The Curse of Osiris DLC launched December 5th. It suffered the same failings as TDB had—the story was too short to flesh out—but overall has provided some good fun. Being the first part of two planned major updates in December, it was only this week that the true extent of it could be measured. But rather than inspiring players, it left a sour taste behind. Leaving old players behind on endgame content was nothing new, but scaling the old content tot he DLC caused trouble. Losing prestige access might have been forgiven if not for the trophies. Loss of access entirely to other activities (Trials of the Nine and Iron Banner) didn’t make sense, especially without the level advantages that were in place throughout D1.
The backlash prompted a swift apology. It was always a given that players would be unhappy with the DLC lockouts, and those new to Destiny, particularly PC players, may not have known what was coming. But locking base game achievements was a step in the wrong direction. So, along with the already planned updates for December 12th, a hotfix was implemented, bringing the prestige raid back down to Power 300 and only requiring the DLC for Trials when a new map is featured. Other updates include Masterworks and vendor purchases.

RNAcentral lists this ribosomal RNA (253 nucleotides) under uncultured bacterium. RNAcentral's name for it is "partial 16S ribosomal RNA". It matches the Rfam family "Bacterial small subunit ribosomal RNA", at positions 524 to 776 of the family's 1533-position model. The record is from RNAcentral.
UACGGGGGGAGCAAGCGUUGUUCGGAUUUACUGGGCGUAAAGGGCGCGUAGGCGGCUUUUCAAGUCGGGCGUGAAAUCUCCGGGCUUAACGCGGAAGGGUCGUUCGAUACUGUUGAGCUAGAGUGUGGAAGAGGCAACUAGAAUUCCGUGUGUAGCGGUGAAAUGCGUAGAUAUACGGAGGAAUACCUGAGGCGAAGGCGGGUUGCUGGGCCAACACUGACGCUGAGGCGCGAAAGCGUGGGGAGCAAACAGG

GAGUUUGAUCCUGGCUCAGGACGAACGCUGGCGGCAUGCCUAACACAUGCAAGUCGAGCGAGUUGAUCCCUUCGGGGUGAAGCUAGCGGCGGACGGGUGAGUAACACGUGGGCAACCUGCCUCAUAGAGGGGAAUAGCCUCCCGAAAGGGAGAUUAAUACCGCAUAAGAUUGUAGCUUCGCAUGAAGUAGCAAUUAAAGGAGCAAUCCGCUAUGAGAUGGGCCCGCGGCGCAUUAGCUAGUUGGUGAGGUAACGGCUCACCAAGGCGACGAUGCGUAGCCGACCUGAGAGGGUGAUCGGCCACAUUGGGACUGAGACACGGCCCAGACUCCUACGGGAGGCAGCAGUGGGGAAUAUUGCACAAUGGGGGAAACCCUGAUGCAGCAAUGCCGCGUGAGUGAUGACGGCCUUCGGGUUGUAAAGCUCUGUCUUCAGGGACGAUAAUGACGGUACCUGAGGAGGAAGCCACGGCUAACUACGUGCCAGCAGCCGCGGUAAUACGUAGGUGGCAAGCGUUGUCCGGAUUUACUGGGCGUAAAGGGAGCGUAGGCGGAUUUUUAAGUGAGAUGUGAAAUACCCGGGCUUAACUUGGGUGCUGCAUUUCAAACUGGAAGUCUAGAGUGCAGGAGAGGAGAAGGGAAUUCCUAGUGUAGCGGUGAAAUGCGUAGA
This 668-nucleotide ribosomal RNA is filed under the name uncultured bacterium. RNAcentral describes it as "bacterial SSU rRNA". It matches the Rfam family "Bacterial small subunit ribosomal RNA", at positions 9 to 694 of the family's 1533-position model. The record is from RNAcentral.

The question now is whether Destiny 2 will continue to succeed with such a vocal disgruntled community. While many people are still playing and enjoying the game, it is far from perfect. Many common requests and complaints seem to have been heard, with updates planned in the new year, but the vocal minority is louder than ever and that alone can scare away new players before they even see one of the Red Legion. There is a lot to say about Destiny 2, and not all of it good, but there is a right and a wrong way to say it.
Can it succeed? Absolutely, yes. With the planned changes and future updates, there is no doubt that Destiny 2 can grow into something truly spectacular. Look back at D1, its growth and development. While it feels like so many steps back right now, there is a long potential future ahead. Trying something new carries with it a risk. Destiny and Destiny 2 both are games designed to be revisited, with continued things to do. The implementation is different, but there is no doubt that both have paid for themselves with regard to time spent playing.
Some of these recent mistakes have damaged the players’ trust and there is a long road ahead, but with some support, constructive feedback and a little faith, there is no reason Bungie cannot recover. After all, when most players have already put in over a hundred hours (some over a thousand) since September, it is hard to deny that, time-wise, it has been, and will continue to be, worth the investment. Especially considering that other full-priced titles can be completed in under 20 hours. Personally, I will continue to hope and continue to offer feedback and suggestions, but for now, I am having a lot of fun with friends, new and old.